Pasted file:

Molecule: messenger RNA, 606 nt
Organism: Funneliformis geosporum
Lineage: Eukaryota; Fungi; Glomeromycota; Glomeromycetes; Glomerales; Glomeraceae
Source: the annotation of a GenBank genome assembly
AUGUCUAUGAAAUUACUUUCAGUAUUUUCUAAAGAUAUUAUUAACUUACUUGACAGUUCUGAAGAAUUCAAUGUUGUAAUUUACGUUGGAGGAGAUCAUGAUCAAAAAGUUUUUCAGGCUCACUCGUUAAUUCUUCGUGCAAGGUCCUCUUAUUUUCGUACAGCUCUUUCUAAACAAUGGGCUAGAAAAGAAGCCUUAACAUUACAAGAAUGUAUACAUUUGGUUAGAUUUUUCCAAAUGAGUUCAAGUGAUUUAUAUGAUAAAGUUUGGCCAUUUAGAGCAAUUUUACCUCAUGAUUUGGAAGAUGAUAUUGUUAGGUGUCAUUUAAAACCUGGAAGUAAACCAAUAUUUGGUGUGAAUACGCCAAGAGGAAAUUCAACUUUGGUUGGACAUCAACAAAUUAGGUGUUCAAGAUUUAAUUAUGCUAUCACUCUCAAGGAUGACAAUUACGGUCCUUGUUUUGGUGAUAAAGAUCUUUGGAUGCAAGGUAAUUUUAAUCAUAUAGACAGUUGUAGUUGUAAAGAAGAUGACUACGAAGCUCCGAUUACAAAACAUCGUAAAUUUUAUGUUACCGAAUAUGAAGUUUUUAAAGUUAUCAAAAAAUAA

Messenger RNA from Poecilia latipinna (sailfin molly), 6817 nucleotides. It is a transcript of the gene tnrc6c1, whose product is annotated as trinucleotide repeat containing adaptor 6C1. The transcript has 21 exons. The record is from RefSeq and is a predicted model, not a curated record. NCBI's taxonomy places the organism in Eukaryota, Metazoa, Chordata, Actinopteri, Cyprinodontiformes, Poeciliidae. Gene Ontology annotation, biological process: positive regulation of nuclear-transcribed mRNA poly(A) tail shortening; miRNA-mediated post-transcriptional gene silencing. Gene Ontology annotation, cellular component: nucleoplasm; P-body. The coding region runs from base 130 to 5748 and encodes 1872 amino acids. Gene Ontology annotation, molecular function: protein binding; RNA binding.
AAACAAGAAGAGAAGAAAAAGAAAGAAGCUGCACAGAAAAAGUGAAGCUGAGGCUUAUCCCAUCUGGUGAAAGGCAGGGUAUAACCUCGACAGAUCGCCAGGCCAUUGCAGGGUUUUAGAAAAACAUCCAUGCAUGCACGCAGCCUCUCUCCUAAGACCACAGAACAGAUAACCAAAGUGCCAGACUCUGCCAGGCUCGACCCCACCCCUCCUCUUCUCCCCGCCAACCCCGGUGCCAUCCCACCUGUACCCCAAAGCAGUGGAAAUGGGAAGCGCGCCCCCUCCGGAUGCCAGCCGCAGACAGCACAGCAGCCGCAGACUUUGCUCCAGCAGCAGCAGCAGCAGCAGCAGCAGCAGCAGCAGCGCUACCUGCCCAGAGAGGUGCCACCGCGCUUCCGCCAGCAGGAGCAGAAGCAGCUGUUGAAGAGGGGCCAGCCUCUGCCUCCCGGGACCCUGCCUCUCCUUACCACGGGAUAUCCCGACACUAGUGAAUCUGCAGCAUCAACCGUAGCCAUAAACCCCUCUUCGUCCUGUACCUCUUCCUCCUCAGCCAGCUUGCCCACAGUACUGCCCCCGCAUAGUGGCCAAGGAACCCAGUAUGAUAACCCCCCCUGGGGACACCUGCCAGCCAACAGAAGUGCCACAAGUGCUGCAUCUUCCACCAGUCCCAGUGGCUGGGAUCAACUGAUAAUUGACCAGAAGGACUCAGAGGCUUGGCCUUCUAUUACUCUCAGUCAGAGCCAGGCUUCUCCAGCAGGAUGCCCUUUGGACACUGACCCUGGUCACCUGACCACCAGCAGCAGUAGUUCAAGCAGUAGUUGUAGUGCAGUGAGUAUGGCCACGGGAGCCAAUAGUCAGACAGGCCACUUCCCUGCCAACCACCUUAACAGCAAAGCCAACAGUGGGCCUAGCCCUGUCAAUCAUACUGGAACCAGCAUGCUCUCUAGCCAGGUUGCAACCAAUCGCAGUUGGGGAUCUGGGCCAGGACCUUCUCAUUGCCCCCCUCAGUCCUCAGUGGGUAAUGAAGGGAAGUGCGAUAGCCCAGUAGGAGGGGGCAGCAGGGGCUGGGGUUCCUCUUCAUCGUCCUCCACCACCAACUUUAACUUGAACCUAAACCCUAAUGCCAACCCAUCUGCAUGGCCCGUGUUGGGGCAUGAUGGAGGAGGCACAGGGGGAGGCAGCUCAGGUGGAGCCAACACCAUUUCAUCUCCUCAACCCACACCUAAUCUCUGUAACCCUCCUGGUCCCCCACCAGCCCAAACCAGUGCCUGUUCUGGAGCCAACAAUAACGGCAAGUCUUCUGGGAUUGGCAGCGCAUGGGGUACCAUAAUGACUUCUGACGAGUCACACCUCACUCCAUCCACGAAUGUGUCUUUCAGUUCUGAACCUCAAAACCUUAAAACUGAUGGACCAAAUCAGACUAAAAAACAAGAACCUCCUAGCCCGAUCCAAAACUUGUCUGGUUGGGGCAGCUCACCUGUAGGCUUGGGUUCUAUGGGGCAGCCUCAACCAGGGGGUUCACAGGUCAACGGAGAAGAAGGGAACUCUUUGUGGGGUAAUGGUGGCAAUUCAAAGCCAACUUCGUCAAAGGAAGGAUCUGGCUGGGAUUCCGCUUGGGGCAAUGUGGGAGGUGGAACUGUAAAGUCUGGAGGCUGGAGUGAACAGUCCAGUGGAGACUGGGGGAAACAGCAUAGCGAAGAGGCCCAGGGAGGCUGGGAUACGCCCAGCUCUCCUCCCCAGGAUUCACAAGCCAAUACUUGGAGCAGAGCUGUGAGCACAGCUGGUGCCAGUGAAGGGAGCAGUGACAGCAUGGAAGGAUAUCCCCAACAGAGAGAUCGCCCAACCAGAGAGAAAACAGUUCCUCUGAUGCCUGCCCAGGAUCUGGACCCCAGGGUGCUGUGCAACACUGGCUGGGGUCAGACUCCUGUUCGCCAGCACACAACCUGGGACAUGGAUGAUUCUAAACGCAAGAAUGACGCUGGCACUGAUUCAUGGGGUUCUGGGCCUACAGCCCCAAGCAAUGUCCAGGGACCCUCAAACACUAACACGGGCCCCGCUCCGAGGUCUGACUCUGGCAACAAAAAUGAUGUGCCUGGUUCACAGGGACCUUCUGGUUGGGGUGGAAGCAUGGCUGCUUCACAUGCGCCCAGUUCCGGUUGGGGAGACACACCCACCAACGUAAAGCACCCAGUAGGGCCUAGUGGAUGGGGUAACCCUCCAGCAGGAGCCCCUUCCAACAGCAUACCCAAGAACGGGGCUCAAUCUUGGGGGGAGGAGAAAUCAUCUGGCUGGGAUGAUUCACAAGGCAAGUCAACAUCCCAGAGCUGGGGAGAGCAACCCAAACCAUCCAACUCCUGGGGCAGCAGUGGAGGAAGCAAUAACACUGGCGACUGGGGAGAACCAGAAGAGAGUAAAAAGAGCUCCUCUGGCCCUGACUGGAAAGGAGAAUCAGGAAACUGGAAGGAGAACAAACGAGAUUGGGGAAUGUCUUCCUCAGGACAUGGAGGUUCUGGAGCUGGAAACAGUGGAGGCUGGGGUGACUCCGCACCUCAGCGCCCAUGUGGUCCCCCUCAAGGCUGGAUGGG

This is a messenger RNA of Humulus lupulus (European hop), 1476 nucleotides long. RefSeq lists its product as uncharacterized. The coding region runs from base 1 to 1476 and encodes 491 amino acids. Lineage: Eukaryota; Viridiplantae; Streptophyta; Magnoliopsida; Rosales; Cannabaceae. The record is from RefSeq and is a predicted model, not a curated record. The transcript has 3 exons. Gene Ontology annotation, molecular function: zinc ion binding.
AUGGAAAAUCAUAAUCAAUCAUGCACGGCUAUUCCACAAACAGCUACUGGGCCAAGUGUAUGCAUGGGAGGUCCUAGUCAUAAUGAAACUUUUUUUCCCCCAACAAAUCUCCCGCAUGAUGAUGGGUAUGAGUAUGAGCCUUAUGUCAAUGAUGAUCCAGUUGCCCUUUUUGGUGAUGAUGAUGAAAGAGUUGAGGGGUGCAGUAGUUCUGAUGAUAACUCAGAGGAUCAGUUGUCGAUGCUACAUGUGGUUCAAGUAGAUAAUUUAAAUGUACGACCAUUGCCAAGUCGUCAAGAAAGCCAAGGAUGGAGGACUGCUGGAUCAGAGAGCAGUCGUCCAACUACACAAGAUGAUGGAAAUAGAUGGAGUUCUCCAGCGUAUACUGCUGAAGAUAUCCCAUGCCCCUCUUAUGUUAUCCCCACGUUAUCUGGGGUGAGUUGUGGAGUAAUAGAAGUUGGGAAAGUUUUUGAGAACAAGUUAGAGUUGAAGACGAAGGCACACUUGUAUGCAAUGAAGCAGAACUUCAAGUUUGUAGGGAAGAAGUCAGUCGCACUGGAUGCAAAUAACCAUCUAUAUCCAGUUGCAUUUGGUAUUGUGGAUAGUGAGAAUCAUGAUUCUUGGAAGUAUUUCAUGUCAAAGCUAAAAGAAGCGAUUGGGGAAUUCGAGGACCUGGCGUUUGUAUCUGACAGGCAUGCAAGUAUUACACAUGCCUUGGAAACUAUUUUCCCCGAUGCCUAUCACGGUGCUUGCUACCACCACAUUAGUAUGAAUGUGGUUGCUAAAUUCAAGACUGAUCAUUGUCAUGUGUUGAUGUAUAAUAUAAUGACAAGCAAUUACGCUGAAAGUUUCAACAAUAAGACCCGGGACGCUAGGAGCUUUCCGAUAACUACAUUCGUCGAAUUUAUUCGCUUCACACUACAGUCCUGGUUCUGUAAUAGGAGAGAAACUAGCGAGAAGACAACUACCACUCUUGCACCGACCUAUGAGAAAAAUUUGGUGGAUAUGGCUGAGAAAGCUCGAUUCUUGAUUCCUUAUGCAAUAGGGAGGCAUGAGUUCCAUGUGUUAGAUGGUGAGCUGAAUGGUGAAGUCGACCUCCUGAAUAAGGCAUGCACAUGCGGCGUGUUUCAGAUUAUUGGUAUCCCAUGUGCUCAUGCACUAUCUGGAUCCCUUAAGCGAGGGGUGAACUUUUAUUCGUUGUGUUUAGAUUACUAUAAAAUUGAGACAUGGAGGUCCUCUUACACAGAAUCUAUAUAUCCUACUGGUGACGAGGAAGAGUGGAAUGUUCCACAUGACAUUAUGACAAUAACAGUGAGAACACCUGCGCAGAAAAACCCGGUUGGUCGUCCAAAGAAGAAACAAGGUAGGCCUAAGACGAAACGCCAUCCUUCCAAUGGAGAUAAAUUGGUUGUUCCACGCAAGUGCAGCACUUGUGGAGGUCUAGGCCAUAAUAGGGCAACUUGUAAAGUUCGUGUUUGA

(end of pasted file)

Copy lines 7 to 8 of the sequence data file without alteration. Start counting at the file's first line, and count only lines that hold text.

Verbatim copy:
AAACAAGAAGAGAAGAAAAAGAAAGAAGCUGCACAGAAAAAGUGAAGCUGAGGCUUAUCCCAUCUGGUGAAAGGCAGGGUAUAACCUCGACAGAUCGCCAGGCCAUUGCAGGGUUUUAGAAAAACAUCCAUGCAUGCACGCAGCCUCUCUCCUAAGACCACAGAACAGAUAACCAAAGUGCCAGACUCUGCCAGGCUCGACCCCACCCCUCCUCUUCUCCCCGCCAACCCCGGUGCCAUCCCACCUGUACCCCAAAGCAGUGGAAAUGGGAAGCGCGCCCCCUCCGGAUGCCAGCCGCAGACAGCACAGCAGCCGCAGACUUUGCUCCAGCAGCAGCAGCAGCAGCAGCAGCAGCAGCAGCAGCGCUACCUGCCCAGAGAGGUGCCACCGCGCUUCCGCCAGCAGGAGCAGAAGCAGCUGUUGAAGAGGGGCCAGCCUCUGCCUCCCGGGACCCUGCCUCUCCUUACCACGGGAUAUCCCGACACUAGUGAAUCUGCAGCAUCAACCGUAGCCAUAAACCCCUCUUCGUCCUGUACCUCUUCCUCCUCAGCCAGCUUGCCCACAGUACUGCCCCCGCAUAGUGGCCAAGGAACCCAGUAUGAUAACCCCCCCUGGGGACACCUGCCAGCCAACAGAAGUGCCACAAGUGCUGCAUCUUCCACCAGUCCCAGUGGCUGGGAUCAACUGAUAAUUGACCAGAAGGACUCAGAGGCUUGGCCUUCUAUUACUCUCAGUCAGAGCCAGGCUUCUCCAGCAGGAUGCCCUUUGGACACUGACCCUGGUCACCUGACCACCAGCAGCAGUAGUUCAAGCAGUAGUUGUAGUGCAGUGAGUAUGGCCACGGGAGCCAAUAGUCAGACAGGCCACUUCCCUGCCAACCACCUUAACAGCAAAGCCAACAGUGGGCCUAGCCCUGUCAAUCAUACUGGAACCAGCAUGCUCUCUAGCCAGGUUGCAACCAAUCGCAGUUGGGGAUCUGGGCCAGGACCUUCUCAUUGCCCCCCUCAGUCCUCAGUGGGUAAUGAAGGGAAGUGCGAUAGCCCAGUAGGAGGGGGCAGCAGGGGCUGGGGUUCCUCUUCAUCGUCCUCCACCACCAACUUUAACUUGAACCUAAACCCUAAUGCCAACCCAUCUGCAUGGCCCGUGUUGGGGCAUGAUGGAGGAGGCACAGGGGGAGGCAGCUCAGGUGGAGCCAACACCAUUUCAUCUCCUCAACCCACACCUAAUCUCUGUAACCCUCCUGGUCCCCCACCAGCCCAAACCAGUGCCUGUUCUGGAGCCAACAAUAACGGCAAGUCUUCUGGGAUUGGCAGCGCAUGGGGUACCAUAAUGACUUCUGACGAGUCACACCUCACUCCAUCCACGAAUGUGUCUUUCAGUUCUGAACCUCAAAACCUUAAAACUGAUGGACCAAAUCAGACUAAAAAACAAGAACCUCCUAGCCCGAUCCAAAACUUGUCUGGUUGGGGCAGCUCACCUGUAGGCUUGGGUUCUAUGGGGCAGCCUCAACCAGGGGGUUCACAGGUCAACGGAGAAGAAGGGAACUCUUUGUGGGGUAAUGGUGGCAAUUCAAAGCCAACUUCGUCAAAGGAAGGAUCUGGCUGGGAUUCCGCUUGGGGCAAUGUGGGAGGUGGAACUGUAAAGUCUGGAGGCUGGAGUGAACAGUCCAGUGGAGACUGGGGGAAACAGCAUAGCGAAGAGGCCCAGGGAGGCUGGGAUACGCCCAGCUCUCCUCCCCAGGAUUCACAAGCCAAUACUUGGAGCAGAGCUGUGAGCACAGCUGGUGCCAGUGAAGGGAGCAGUGACAGCAUGGAAGGAUAUCCCCAACAGAGAGAUCGCCCAACCAGAGAGAAAACAGUUCCUCUGAUGCCUGCCCAGGAUCUGGACCCCAGGGUGCUGUGCAACACUGGCUGGGGUCAGACUCCUGUUCGCCAGCACACAACCUGGGACAUGGAUGAUUCUAAACGCAAGAAUGACGCUGGCACUGAUUCAUGGGGUUCUGGGCCUACAGCCCCAAGCAAUGUCCAGGGACCCUCAAACACUAACACGGGCCCCGCUCCGAGGUCUGACUCUGGCAACAAAAAUGAUGUGCCUGGUUCACAGGGACCUUCUGGUUGGGGUGGAAGCAUGGCUGCUUCACAUGCGCCCAGUUCCGGUUGGGGAGACACACCCACCAACGUAAAGCACCCAGUAGGGCCUAGUGGAUGGGGUAACCCUCCAGCAGGAGCCCCUUCCAACAGCAUACCCAAGAACGGGGCUCAAUCUUGGGGGGAGGAGAAAUCAUCUGGCUGGGAUGAUUCACAAGGCAAGUCAACAUCCCAGAGCUGGGGAGAGCAACCCAAACCAUCCAACUCCUGGGGCAGCAGUGGAGGAAGCAAUAACACUGGCGACUGGGGAGAACCAGAAGAGAGUAAAAAGAGCUCCUCUGGCCCUGACUGGAAAGGAGAAUCAGGAAACUGGAAGGAGAACAAACGAGAUUGGGGAAUGUCUUCCUCAGGACAUGGAGGUUCUGGAGCUGGAAACAGUGGAGGCUGGGGUGACUCCGCACCUCAGCGCCCAUGUGGUCCCCCUCAAGGCUGGAUGGG

This is a messenger RNA of Humulus lupulus (European hop), 1476 nucleotides long. RefSeq lists its product as uncharacterized. The coding region runs from base 1 to 1476 and encodes 491 amino acids. Lineage: Eukaryota; Viridiplantae; Streptophyta; Magnoliopsida; Rosales; Cannabaceae. The record is from RefSeq and is a predicted model, not a curated record. The transcript has 3 exons. Gene Ontology annotation, molecular function: zinc ion binding.